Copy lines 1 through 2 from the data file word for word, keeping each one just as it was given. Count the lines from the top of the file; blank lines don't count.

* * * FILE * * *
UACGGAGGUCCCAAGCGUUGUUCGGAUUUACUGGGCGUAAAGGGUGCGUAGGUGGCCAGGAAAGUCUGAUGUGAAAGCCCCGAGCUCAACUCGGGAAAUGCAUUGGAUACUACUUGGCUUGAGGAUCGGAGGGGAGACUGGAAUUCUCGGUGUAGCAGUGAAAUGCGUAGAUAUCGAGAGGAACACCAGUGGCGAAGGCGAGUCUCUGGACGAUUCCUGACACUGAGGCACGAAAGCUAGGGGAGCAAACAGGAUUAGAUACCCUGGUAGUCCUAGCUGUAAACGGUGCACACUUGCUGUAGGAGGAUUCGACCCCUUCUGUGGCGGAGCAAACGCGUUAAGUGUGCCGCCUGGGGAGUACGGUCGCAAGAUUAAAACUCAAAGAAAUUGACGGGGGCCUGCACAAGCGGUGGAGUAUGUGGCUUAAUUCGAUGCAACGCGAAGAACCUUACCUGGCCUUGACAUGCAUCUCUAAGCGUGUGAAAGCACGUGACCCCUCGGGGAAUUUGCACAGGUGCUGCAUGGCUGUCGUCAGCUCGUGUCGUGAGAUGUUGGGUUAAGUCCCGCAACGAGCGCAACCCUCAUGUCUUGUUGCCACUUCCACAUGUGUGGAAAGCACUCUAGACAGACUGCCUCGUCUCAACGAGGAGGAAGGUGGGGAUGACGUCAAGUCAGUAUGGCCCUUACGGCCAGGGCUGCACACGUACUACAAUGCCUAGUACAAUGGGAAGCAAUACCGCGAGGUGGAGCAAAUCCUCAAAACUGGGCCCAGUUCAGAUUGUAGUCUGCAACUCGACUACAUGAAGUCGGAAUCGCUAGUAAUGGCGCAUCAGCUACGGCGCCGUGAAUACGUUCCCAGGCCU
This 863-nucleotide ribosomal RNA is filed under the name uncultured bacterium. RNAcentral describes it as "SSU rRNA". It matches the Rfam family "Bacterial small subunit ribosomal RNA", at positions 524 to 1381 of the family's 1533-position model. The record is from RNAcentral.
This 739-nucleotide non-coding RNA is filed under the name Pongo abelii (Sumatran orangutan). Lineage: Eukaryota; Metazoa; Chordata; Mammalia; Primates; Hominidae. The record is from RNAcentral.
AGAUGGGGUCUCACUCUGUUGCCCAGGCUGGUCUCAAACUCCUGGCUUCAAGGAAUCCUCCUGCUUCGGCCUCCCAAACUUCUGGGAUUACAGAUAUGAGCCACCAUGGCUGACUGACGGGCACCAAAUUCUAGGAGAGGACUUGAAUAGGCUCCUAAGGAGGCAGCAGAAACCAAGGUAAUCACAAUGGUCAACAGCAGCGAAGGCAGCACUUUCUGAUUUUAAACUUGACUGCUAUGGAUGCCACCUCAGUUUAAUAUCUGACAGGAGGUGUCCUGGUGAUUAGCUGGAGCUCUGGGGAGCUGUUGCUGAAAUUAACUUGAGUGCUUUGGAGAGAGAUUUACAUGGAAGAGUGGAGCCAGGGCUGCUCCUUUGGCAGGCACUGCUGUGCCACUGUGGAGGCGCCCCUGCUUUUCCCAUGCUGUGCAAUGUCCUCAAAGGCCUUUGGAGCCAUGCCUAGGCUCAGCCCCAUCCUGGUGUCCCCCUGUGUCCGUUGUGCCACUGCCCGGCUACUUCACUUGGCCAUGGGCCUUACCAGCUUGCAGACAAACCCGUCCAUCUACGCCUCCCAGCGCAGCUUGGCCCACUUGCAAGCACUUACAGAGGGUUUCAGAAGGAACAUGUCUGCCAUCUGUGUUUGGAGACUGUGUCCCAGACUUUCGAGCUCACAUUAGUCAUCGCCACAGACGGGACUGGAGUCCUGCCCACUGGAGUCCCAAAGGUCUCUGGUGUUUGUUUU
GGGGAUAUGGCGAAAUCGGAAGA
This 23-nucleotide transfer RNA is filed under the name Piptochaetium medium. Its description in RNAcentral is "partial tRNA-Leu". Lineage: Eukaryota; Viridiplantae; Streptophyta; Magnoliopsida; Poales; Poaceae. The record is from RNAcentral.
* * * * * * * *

UACGGAGGUCCCAAGCGUUGUUCGGAUUUACUGGGCGUAAAGGGUGCGUAGGUGGCCAGGAAAGUCUGAUGUGAAAGCCCCGAGCUCAACUCGGGAAAUGCAUUGGAUACUACUUGGCUUGAGGAUCGGAGGGGAGACUGGAAUUCUCGGUGUAGCAGUGAAAUGCGUAGAUAUCGAGAGGAACACCAGUGGCGAAGGCGAGUCUCUGGACGAUUCCUGACACUGAGGCACGAAAGCUAGGGGAGCAAACAGGAUUAGAUACCCUGGUAGUCCUAGCUGUAAACGGUGCACACUUGCUGUAGGAGGAUUCGACCCCUUCUGUGGCGGAGCAAACGCGUUAAGUGUGCCGCCUGGGGAGUACGGUCGCAAGAUUAAAACUCAAAGAAAUUGACGGGGGCCUGCACAAGCGGUGGAGUAUGUGGCUUAAUUCGAUGCAACGCGAAGAACCUUACCUGGCCUUGACAUGCAUCUCUAAGCGUGUGAAAGCACGUGACCCCUCGGGGAAUUUGCACAGGUGCUGCAUGGCUGUCGUCAGCUCGUGUCGUGAGAUGUUGGGUUAAGUCCCGCAACGAGCGCAACCCUCAUGUCUUGUUGCCACUUCCACAUGUGUGGAAAGCACUCUAGACAGACUGCCUCGUCUCAACGAGGAGGAAGGUGGGGAUGACGUCAAGUCAGUAUGGCCCUUACGGCCAGGGCUGCACACGUACUACAAUGCCUAGUACAAUGGGAAGCAAUACCGCGAGGUGGAGCAAAUCCUCAAAACUGGGCCCAGUUCAGAUUGUAGUCUGCAACUCGACUACAUGAAGUCGGAAUCGCUAGUAAUGGCGCAUCAGCUACGGCGCCGUGAAUACGUUCCCAGGCCU
This 863-nucleotide ribosomal RNA is filed under the name uncultured bacterium. RNAcentral describes it as "SSU rRNA". It matches the Rfam family "Bacterial small subunit ribosomal RNA", at positions 524 to 1381 of the family's 1533-position model. The record is from RNAcentral.